Canadian Mining Journal


Today’s miners: It’s always safety first

Nothing is more sacred in the mining industry than the principle that at the end of each and every shift, the men and women who are miners go home safely and soundly to their family and friends.  In Ontario, mine sector productivity and...

Nothing is more sacred in the mining industry than the principle that at the end of each and every shift, the men and women who are miners go home safely and soundly to their family and friends.  In Ontario, mine sector productivity and output have been increasing while safety performance has been improving.  This positive trend is being achieved through collaboration and cooperation amongst industry, labour and government.

The recent launch of the comprehensive mining safety review by Ontario Labour Minister Yasir Naqvi is the next logical step in the ongoing process to improve the health and well-being of mineral industry employees and reach the goal of zero harm.  Chief Prevention Officer George Gritziotis is leading an advisory panel of industry, labour and health and safety representatives to carry out this evidence-based review.

“It is about outcomes, responsiveness and comprehensiveness,” said Mr. Gritziotis.  “It is about having a positive impact on the workplace as soon as possible, whether through regulation, mandatory training or best practices.”

This collaborative review follows up on recommendations contained in the report on safety from the Dean expert panel.  Mining is one of the safest industries in the province and it has demonstrated steady and significant improvement in safety performance for years.  The journey to eliminate injuries in the industry began decades ago. This review can help sustain that improvement and assist the sector to be better prepared for future growth and innovations.

While the lessons learned from this review will clearly benefit mine safety, it is expected that some aspects will be transferable and adaptable to other industrial sectors, which are striving to improve their safety records. Best practices and good ideas will be shared and the Prevention Office is the right mechanism to deliver this information.

The expertise on the mining health and safety review panel is outstanding.  Reporting to Mr. Gritziotis are Fergus Kerr as industry co-chair and John Perquin as labour co-chair.  Joining the team are Roger Emdin, Manager of Sustainable Development for Glencore’s Sudbury Operations, and Mike Bond, Chair of USW/Vale Safety, Health and Environment Executive Committee.  Further safety expertise on the panel will be provided by Candys Ballanger-Michaud, Executive Director of Workplace Safety North, and Dr. Cameron Mustard, President and Senior Scientist at the Institute for Work & Health.  Wendy Fram from Mines Inquiry Needs Everyone’s Support is an observer to the advisory panel.    The 12-month review is to focus on new technology, training and ground stability.  Other activities will involve assessing the effectiveness of health and safety regulations, exploring the use of barricades and warning systems and examining past mining related coroner’s jury reports and inquiries.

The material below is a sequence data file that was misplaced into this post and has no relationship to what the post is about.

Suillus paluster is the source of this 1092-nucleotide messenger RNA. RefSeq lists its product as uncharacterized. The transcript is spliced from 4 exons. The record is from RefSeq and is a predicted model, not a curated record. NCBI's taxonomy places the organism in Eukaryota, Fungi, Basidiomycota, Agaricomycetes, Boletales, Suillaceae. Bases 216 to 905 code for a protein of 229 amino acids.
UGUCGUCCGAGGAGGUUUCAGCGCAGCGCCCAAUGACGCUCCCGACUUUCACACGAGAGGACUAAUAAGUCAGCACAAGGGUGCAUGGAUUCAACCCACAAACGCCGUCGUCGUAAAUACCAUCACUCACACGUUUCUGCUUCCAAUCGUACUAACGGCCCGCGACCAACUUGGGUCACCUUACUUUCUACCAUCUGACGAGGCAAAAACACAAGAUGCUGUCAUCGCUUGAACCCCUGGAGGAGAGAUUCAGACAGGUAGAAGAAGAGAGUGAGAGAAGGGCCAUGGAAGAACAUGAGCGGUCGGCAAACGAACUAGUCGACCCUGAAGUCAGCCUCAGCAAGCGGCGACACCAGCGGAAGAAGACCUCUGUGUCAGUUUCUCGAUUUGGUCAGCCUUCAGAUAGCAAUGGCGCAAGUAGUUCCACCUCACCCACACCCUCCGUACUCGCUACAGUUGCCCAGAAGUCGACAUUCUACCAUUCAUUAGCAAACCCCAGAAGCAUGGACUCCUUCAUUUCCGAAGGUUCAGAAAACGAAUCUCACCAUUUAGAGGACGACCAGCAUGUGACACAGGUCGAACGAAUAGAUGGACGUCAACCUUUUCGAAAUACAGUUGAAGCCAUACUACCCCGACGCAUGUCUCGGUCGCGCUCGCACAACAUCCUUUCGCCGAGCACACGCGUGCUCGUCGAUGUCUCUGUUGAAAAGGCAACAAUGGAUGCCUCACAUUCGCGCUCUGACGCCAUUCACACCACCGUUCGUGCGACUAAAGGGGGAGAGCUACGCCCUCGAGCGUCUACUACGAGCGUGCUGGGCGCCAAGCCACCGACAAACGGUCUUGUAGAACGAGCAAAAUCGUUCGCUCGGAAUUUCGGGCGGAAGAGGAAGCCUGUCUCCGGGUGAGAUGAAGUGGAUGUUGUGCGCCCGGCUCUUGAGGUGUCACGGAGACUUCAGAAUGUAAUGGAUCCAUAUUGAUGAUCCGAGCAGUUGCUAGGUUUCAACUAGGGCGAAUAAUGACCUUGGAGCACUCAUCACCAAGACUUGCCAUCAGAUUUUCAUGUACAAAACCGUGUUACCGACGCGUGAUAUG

Ontario’s mining industry has improved its safety performance by 96% from 1976 to 2012 based on lost time injury statistics.  With the guidance provided by the Royal Commission Reports of Ham in 1976 and Burkett in 1981, the industry increased its focus on ensuring that workers receive the best training available.

In 1979, mandatory safety and training through a Common Core program was provided for underground workers.  Since then, the Common Core has expanded and been improved to include supervisors, surface mining, mill and smelter operations and diamond drilling as well as numerous specialty modules.

According to an economic study by the University of Toronto – Mining: Dynamic and Dependable for Ontario’s Future – the mining industry in this province invests $1,800 per employee annually in training and health and safety initiatives.  This sizeable year-in and year-out investment provides constructive actions to support achieving safety yardsticks. 

Preliminary numbers for 2013 show the mining sector in Ontario with a lost time frequency of 0.4 per 200,000 hours worked, which marks an improvement from 0.5 in 2012 and 0.6 in 2011.  Comparative lost time injury frequencies for mining in this province are 3 in 1991 and 1.3 in 2001. 

Overall, employees in the Ontario mining industry are safe, highly skilled, highly paid and highly productive.  While the safety performance of Ontario’s mining industry is certainly worthy of recognition, no one in the industry would consider it good enough until it reaches zero harm.  Collective efforts on many fronts involving employers, workers, unions, safety agencies, such as Workplace Safety North and the Prevention Council, and government are being taken to reach that ideal. 

This safety review is a welcome and additional measure to help guide the industry on the continuing path of safety improvement and to help the industry collectively achieve that goal of zero harm.

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